Clinical Protocol

Preoperatively, we registered all medications, which had been prescribed and assured that no neuroenhancing or neurocompromising medication had been started recently or was given routinely. Benzodiazepines for premedication were strictly avoided in all patients, and instead 75 or 150 μg clonidine was given orally if needed. Total intravenous anesthesia with propofol and remifentanil was performed in all patients. Prior to intubation, patients received 0.1 mg fentanyl. Propofol and remifentanil were administrated as target controlled infusion (TCI). Rocuronium was given as neuromuscular blocking drug. Intraoperatively hemodynamic stability was adjusted in order to avoid hypotension and hypertension phases or fluctuations of blood pressure while surgery.

Hemoglobin oxygen saturation was monitored in all patients by pulse oximetry. Prior to in- and extubation, all patients received 100% oxygen for several minutes and were transferred quickly to the recovery room. If necessary, additional oxygen was supplied in the recovery room and patients were weaned of oxygen support prior discharge.

During the postoperative phase, control patients were monitored in the recovery room for at least two hours. Patients in the OSAS group were monitored overnight according to our hospital's clinical security guidelines. Pain was evaluated by the 11-point numerical rating scale (NRS, 0 = no pain, 10 = maximum pain). If the patient's pain score was greater than 4, an infusion with 7.5 or 15 mg piritramide was administrated over 20 min according to total body weight.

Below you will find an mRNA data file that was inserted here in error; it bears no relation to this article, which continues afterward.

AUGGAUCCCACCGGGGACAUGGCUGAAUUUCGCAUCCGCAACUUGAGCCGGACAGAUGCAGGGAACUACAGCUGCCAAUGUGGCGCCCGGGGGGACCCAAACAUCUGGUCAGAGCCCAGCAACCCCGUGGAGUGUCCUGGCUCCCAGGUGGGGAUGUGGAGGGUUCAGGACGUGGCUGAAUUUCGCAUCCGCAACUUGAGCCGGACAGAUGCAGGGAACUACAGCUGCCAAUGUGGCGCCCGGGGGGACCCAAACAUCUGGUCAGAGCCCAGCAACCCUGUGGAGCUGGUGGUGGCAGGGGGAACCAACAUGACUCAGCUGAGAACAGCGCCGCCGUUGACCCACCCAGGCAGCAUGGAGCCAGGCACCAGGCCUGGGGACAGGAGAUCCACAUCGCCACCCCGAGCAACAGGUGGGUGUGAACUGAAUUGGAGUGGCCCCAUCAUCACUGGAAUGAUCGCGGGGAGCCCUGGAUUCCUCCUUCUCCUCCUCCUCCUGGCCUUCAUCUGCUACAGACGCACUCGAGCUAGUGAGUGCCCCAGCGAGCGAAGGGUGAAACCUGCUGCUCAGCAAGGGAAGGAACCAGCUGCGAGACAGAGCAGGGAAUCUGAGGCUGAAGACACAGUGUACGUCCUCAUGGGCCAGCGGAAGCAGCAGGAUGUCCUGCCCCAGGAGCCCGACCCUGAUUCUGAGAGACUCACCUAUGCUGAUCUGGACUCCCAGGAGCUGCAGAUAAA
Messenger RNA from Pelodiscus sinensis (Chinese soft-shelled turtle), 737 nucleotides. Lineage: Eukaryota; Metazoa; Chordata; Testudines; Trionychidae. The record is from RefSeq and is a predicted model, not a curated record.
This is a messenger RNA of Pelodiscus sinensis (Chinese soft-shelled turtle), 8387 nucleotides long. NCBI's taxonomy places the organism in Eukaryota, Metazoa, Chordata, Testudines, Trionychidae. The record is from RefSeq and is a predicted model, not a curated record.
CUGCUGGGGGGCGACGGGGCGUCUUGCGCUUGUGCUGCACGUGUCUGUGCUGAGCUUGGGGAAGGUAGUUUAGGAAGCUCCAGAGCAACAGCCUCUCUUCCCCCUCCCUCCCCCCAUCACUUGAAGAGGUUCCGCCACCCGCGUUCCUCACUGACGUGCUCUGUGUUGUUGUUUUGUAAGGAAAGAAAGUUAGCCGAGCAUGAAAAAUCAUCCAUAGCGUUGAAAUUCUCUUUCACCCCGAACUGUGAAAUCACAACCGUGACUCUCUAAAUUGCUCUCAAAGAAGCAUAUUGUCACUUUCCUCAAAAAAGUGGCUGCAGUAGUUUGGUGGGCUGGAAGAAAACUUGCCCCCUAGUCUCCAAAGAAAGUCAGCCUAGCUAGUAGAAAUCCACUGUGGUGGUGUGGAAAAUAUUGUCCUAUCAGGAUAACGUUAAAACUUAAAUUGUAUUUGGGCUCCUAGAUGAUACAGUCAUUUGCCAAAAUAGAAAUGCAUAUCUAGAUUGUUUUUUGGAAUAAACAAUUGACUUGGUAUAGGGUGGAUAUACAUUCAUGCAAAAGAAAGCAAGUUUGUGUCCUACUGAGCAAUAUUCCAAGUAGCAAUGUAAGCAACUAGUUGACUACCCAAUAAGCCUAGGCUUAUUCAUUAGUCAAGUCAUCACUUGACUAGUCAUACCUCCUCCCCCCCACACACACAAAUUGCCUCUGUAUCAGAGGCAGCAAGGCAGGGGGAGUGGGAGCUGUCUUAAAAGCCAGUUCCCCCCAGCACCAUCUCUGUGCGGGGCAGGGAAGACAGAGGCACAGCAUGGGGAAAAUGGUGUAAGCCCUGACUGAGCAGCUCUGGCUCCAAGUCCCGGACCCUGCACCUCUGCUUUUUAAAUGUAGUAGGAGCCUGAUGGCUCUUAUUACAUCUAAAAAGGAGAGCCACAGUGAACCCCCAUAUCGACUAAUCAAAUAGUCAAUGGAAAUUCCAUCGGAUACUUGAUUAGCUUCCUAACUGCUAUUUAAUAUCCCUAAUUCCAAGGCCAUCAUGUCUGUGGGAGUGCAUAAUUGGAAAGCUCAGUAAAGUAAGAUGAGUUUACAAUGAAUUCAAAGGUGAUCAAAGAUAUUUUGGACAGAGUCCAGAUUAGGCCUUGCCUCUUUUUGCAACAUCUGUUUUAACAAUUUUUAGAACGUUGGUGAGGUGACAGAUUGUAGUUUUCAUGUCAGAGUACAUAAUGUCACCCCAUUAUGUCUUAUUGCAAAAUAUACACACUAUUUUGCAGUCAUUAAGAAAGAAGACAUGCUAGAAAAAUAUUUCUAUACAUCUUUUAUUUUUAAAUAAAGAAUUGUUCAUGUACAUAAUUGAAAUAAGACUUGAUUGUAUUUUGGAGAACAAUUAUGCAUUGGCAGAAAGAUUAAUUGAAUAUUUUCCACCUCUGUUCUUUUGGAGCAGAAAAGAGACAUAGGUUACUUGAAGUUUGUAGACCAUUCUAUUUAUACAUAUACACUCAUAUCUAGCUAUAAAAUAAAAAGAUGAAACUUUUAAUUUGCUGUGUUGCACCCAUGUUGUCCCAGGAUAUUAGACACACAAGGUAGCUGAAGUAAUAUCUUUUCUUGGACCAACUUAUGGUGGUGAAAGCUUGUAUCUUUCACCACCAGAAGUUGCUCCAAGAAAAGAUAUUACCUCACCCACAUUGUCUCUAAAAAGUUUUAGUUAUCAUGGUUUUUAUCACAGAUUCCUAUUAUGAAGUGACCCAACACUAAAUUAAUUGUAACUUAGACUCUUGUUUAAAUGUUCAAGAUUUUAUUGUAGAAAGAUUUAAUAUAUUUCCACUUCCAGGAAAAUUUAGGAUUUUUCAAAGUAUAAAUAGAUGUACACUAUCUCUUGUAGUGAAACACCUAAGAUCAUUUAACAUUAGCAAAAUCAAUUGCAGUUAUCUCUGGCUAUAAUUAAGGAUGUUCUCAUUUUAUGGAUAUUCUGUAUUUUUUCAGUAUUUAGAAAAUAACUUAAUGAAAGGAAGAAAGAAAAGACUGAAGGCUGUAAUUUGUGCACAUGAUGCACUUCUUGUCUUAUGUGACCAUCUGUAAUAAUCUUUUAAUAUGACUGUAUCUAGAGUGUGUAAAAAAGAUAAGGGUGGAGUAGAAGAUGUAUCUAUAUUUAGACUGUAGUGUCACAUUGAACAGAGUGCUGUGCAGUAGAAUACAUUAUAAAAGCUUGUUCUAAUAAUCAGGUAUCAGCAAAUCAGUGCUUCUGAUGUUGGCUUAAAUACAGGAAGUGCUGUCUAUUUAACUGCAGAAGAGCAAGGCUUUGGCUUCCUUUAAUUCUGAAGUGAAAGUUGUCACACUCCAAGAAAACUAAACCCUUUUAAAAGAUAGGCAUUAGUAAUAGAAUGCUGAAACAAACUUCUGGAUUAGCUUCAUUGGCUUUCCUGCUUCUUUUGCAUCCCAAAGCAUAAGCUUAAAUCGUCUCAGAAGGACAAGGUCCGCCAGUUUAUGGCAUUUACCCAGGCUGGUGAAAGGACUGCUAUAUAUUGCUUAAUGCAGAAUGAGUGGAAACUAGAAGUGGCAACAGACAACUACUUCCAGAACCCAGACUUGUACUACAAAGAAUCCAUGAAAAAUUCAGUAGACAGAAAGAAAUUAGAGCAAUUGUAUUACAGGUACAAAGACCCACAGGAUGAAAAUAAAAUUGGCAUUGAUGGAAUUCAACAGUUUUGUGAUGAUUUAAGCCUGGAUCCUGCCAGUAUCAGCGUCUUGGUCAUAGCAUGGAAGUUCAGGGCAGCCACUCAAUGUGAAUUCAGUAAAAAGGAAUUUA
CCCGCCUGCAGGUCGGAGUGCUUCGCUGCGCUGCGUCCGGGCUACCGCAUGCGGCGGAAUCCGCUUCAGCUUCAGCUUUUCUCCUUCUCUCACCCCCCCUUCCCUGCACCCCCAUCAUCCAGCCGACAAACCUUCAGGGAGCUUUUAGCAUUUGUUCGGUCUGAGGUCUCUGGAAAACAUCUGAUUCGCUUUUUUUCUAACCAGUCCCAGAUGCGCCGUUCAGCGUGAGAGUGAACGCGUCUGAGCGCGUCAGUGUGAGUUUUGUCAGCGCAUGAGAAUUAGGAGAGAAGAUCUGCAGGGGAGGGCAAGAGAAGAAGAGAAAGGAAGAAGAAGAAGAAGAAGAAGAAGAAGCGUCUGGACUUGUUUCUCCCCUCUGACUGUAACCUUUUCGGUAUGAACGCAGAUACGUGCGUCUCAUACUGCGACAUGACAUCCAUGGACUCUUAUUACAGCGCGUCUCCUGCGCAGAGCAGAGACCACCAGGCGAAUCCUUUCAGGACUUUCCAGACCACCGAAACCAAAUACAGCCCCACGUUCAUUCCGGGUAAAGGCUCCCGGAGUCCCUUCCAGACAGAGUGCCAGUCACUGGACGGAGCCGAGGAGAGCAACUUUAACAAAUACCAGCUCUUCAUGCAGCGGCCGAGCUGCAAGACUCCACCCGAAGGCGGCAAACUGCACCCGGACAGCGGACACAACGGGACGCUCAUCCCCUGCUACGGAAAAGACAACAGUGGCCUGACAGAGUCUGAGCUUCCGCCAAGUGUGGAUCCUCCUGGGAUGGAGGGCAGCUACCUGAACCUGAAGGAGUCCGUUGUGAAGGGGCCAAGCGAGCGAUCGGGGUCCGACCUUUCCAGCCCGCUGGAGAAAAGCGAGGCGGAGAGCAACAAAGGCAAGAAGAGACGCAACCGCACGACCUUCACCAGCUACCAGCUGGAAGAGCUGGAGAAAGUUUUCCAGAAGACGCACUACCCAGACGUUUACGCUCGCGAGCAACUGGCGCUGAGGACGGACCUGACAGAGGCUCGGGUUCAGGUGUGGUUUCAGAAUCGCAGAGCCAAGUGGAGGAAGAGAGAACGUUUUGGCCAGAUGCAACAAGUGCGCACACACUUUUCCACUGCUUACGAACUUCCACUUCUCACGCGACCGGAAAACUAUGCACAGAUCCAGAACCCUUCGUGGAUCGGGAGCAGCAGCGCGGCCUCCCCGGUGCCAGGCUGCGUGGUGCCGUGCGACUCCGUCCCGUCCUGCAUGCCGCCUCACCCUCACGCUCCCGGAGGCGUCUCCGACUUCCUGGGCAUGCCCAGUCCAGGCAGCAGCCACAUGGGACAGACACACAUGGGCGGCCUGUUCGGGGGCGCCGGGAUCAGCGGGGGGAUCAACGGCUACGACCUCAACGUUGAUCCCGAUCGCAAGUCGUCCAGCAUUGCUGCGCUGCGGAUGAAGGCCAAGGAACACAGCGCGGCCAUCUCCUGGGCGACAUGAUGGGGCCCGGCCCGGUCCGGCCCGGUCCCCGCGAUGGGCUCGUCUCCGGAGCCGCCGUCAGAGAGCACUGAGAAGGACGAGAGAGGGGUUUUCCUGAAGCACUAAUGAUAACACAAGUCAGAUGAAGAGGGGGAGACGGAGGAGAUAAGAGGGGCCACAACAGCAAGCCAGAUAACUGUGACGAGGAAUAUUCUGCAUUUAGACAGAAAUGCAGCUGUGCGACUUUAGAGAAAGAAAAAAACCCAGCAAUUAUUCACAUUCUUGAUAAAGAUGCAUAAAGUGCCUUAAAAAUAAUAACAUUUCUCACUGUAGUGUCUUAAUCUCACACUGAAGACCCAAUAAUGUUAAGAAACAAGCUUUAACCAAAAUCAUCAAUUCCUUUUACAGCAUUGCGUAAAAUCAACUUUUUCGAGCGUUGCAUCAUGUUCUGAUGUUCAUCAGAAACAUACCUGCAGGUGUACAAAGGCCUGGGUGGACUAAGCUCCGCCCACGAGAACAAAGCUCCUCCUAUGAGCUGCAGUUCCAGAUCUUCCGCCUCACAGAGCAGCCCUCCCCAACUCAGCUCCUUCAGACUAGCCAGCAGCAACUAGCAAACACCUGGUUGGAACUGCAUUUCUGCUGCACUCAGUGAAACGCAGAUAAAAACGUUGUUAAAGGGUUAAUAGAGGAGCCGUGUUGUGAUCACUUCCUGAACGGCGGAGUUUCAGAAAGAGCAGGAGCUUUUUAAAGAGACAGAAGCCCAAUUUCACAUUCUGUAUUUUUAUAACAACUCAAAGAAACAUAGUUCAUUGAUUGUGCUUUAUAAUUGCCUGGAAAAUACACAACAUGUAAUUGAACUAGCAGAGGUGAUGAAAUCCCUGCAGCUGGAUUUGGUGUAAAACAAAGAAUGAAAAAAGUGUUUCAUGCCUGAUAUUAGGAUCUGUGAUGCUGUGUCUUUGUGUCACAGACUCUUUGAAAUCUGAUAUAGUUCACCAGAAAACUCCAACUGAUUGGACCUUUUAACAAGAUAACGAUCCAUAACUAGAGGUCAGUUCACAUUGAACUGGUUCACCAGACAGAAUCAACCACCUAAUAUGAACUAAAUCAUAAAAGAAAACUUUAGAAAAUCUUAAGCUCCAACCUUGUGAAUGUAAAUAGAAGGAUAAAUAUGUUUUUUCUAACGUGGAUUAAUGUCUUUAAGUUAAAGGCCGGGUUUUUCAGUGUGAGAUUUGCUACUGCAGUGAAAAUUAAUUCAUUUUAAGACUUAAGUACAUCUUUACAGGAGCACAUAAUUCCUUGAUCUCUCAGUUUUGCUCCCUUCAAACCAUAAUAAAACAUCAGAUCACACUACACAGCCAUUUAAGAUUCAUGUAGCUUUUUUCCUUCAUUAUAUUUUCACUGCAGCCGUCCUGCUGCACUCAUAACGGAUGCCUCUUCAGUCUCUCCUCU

Assessment of Cognitive Function

Cognitive function was assessed using a neuropsychological test battery comprising six different cognitive test as a baseline measurement on the day before surgery. The postoperative testing was performed after surgery on the first or second postoperative day. All perioperative tests were carried out in a quiet and separate room during daytime and it was attempted to perform pre- and postoperative tests at matching times of the day. All tests required approximately 60 min per testing phase and patient. To avoid learning effects, tests were presented in two different versions if necessary. The following tests were performed:


The DemTect is a highly sensitive psychometric screening test to identify patients with mild cognitive impairment and patients with dementia in the early stages of the disease.[13] The test consists of five tasks, which survey the functions "verbal memory", "verbal fluency", "cognitive flexibility" and "attention". The transformed total score with a range from 0 to 18 points is independent of age and education. DemTect helps in deciding whether cognitive performance is adequate for age (13–18 pts.) or whether mild cognitive impairment (9–12 pts.) respectively dementia (0–8 pts.) is likely.

Rivermead Behavioural Memory Test (RBMT)